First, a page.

Some three decades after the wars of revolution and counterinsurgency came to an end in Central America, the region is once again on the brink of implosion. The Isthmus has been gripped by renewed mass struggle and state repression, the cracking of fragile political systems, unprecedented corruption, drug violence, and the displacement and forced migration of millions of workers and peasants. The backdrop to this second implosion of Central America, reflecting the spiraling crisis of global capitalism itself, is the exhaustion of a new round of capitalist development in recent years to the same drumbeat as the globalization that took place in the wake of the 1980s upheavals.
Lost in the headlines on Central American refugees fleeing to the United States is both the historical context that has sparked the exodus and the structural transformations through capitalist globalization that has brought the region to where it is today. The mass revolutionary movements of the 1970s and 1980s did manage to dislodge entrenched military-civilian dictatorships and open up political systems to electoral competition, but they were unable to achieve any substantial social justice or democratization of the socioeconomic order.
Capitalist globalization in the Isthmus in the wake of pacification unleashed a new cycle of modernization and accumulation. It transformed the old oligarchic class structures, generated new transnationally oriented elites and capitalists and high-consumption middle classes even as it displaced millions, aggravated poverty, inequality, and social exclusion, and wreaked havoc on the environment, triggering waves of outmigration and new rounds of mass mobilization among those who stayed behind. Hence the very conditions that gave rise to the conflict in the first place were aggravated by capitalist globalization.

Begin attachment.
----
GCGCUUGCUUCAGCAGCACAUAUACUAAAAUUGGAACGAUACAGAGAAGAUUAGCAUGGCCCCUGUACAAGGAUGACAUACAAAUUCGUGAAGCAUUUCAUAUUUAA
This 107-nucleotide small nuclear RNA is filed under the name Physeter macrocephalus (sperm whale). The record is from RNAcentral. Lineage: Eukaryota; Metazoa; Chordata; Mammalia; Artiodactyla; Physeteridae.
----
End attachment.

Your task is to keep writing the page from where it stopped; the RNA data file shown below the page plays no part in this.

Despite the illusion of “peace and democracy” so touted by the transnational elite in the wake of pacification, the roots of the regional conflict have persisted: the extreme concentration of wealth and political power in the hands of elite minorities alongside the pauperization and powerlessness of a dispossessed majority. With the 2009 coup d’état in Honduras, the massacre of peaceful protesters in Nicaragua in 2018, and the return of death squads in Guatemala, this illusion has been definitively shattered. The Central American regimes now face mounting crises of legitimacy, economic stagnation, and the collapse of the social fabric.
The Transnational Model of Capitalist Development
As Central America became swept up into globalization from the 1990s, a new breed of transnationally-oriented capitalists and state elites forged a neoliberal hegemony in consort with Washington and the international financial institutions (IFIs, principally the U.S. Agency for International Development, the IMF, and the World Bank). They imposed privatization, austerity, deregulation of labor markets, new investment regimes to facilitate transnational corporate access to the region’s abundant natural resources and fertile lands, and free trade deals including the Central American Free Trade Agreement in 2004.
The transnational model of accumulation involved the introduction of new economic activities that integrated the region into transnational production and service chains, part of the capitalist globalization that has involved a vast expansion of mining operations, agribusiness, tourism, energy extraction, and infrastructure mega-projects throughout Latin America, feeding a voracious global economy and swelling transnational corporate coffers. Like earlier cycles of capitalist development, an expansion of exports and a deeper integration into the world economy resulted in a reactivation of growth and investment in the 1990s and on.
The evolution of Central America’s political economy closely mirrors that of the global economy as a whole. The world economy went through a period of prosperity in the 1960s, then crisis and stagnation in the 1970s and 1980s, followed by the globalization boom of the 1990s and the first decade of the 21st century. Closely mirroring this evolution, the Isthmus experienced an average annual growth rate of 5.7 percent from 1960-1970, which declined to 3.9 percent from 1970-1980 and then plummeted to just 0.8 percent in the tumultuous 1980-1990 decade. But then, in sync with the global economy, growth recovered, averaging 4.0 percent annually during the globalization boom of 1990-2008. In the wake of the financial collapse of 2008, Central American growth rates began to decline again.